March 23, 2023

Fossilised bones discovered on a rocky seashore on England’s Isle of Wight are the remains of a meat-eating dinosaur that may be larger than any other known from Europe, a beast that was a cousin of the biggest carnivorous dinosaur species on record.

Palaeontologists said on Thursday they have found parts of the skeleton of the dinosaur, which lived about 125 million years ago during the Cretaceous Period, including bones of the back, hips and tail, some limb fragments but no skull or teeth.

Based on the partial remains, they estimated that the dinosaur exceeded 10 metres (33 feet) in length and perhaps reached much more.

“The size of the specimen is impressive. It is one of the biggest – and possibly the biggest – known land predator ever to stalk Europe,” said Chris Barker, a University of Southampton doctoral student in palaeontology and lead author of the study published in the journal PeerJ Life & Environment.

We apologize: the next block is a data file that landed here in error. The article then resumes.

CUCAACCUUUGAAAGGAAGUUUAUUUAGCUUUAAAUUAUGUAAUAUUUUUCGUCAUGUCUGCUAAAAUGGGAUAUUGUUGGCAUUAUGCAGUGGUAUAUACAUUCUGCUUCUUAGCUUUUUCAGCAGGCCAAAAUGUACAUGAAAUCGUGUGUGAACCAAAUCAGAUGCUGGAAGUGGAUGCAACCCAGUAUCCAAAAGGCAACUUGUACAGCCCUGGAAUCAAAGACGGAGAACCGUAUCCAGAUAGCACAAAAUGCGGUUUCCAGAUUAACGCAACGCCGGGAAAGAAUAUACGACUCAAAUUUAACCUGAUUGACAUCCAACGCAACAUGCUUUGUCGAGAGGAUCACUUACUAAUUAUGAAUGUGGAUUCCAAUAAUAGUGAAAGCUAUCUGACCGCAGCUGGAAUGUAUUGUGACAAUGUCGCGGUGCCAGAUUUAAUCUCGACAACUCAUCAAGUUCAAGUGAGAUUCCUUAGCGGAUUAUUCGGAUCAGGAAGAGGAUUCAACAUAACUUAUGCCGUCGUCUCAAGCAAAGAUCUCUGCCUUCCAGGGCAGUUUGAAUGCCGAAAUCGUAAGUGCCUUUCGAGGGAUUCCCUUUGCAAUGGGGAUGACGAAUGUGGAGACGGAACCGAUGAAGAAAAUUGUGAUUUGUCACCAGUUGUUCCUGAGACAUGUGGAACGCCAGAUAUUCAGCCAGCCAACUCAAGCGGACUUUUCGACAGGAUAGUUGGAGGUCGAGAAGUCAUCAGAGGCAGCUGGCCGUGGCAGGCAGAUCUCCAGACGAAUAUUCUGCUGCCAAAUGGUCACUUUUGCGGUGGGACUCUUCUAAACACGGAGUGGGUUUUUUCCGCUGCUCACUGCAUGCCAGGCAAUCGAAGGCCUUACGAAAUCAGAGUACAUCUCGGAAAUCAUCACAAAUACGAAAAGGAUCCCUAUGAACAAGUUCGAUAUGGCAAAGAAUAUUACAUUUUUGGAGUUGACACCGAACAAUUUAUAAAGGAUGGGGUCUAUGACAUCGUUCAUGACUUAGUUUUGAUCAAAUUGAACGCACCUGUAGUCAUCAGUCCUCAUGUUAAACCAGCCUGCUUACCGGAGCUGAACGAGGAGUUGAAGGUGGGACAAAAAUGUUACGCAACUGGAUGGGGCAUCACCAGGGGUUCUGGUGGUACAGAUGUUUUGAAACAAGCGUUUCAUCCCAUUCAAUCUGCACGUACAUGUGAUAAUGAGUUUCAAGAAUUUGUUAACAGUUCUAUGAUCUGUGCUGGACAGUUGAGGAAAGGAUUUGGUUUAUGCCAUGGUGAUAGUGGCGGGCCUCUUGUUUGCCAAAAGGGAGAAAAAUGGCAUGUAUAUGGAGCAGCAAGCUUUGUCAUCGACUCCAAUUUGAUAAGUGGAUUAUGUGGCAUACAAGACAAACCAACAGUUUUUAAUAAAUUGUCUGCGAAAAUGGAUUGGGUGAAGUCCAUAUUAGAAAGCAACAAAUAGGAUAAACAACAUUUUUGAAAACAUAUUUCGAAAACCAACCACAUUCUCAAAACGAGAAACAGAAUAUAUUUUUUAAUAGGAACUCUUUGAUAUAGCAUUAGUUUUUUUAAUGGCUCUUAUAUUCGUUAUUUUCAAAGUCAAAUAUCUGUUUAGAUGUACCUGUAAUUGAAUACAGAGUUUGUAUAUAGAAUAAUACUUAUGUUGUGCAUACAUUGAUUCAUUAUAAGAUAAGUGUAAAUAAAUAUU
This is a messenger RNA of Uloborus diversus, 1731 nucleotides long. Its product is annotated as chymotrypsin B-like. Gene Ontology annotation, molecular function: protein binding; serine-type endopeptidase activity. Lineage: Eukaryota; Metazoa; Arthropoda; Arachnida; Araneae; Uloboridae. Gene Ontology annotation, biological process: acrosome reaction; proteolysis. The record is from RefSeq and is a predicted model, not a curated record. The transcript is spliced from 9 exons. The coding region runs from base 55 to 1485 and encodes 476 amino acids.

Longest-known dinosaur predator

Based in part on a series of small grooves on the top of the tail vertebra, they concluded that it belonged to a group of dinosaurs called spinosaurs that included Spinosaurus, which lived about 95 million years ago and at about 15 metres (50 feet) long is considered the longest-known dinosaur predator.

Spinosaurs had elongated skulls reminiscent of crocodiles with lots of conical teeth – perfect for grasping slippery prey – as well as strong arms and big claws. They fed upon aquatic prey as well as other dinosaurs.

Because of the incomplete nature of the remains, the researchers have not yet given the newly described dinosaur a scientific name, but are calling it the “White Rock spinosaurid” based on the geological layer where the bones were found. They believe it is not a member of any previously identified species.

Meat-consuming dinosaurs belonged to a clade referred to as theropods, with every continent generating gigantic examples. They had been bipedal and the largest, with great skulls and strong teeth. Spinosaurus was africa’s biggest. Tyrannosaurus rex, approaching 13 metres (forty two toes), became north america’s king, even as the further sized giganotosaurus reigned in south the united states and the marginally smaller tarbosaurus in asia. The most important known named theropod from europe was torvosaurus, at approximately 10 metres.

The newly defined dinosaur might grow to be as long as t rex, according to university of southampton paleobiologist and observe corresponding author neil gostling.

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